And that was barely enough, because the White Sox nearly squandered a two-run lead in the ninth. Doubles by Melky Cabrera and Adam LaRoche put Chicago ahead two-zip in the top of the sixth. That score held until the ninth, when the White Sox added what proved to be a critical insurance run.
With David Robertson getting a breather after back-to-back blown saves on Tuesday and Wednesday, Ventura chose Zach Duke to protect the 3–0 lead. He did just fine two batters into the ninth, but with two Ks to his name, Duke gave up a Delmon Young single, and then served a cookie to Chris Davis:
And it's a good thing he did, because game two wasn't kind to Chris Beck. Making his big-league debut, Beck was touched up for five runs (four earned) on 10 hits and four walks in six innings of grueling work. Homers by Adam Eaton and LaRoche weren't enough to wipe away the right-hander's rough night.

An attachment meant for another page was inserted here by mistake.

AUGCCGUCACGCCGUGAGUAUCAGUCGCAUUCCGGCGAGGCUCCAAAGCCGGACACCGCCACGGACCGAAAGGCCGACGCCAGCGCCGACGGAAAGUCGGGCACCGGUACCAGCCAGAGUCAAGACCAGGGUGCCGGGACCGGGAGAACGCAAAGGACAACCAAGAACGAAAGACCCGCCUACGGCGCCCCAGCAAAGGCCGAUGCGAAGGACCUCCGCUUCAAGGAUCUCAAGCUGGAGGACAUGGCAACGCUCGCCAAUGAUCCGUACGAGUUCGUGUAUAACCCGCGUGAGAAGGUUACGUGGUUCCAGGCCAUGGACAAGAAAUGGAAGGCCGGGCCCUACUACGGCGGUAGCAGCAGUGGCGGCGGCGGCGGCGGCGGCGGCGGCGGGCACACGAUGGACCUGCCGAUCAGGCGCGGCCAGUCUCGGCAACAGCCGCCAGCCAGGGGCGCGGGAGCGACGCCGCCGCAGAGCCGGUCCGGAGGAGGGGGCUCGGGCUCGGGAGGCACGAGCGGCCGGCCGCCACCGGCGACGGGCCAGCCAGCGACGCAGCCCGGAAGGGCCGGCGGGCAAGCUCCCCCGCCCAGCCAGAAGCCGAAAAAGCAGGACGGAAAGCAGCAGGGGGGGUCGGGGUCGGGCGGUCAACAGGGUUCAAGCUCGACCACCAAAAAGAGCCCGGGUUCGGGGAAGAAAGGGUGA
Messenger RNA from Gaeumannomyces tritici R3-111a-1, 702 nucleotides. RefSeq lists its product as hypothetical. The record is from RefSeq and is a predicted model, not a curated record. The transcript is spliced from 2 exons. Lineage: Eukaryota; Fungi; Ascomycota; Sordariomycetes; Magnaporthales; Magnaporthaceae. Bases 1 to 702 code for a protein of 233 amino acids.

That's not to say the South Siders didn't have their opportunities in the 6–3 loss. They did. Chief among them was a sixth inning that saw rookie Oliver Drake dole out three walks in four batters with a 4–3 lead. Trouble is, Conor Gillaspie's fly ball to right became a double play when Gordon Beckham, the back runner, was thrown out at second trying to tag behind the lead runner, LaRoche. Drake's third walk, to Geovany Soto, was rendered moot when J.B. Shuck lined out to end the threat.
Buoyed by that escape, the Orioles scored once each in the sixth and seventh to earn the split behind Mike Wright.
The Defensive Play of the Day
We're going down to the minors for this one. Take it away, Jacob Hannemann:
— Cut4 (@Cut4) May 28, 2015
What to Watch This Weekend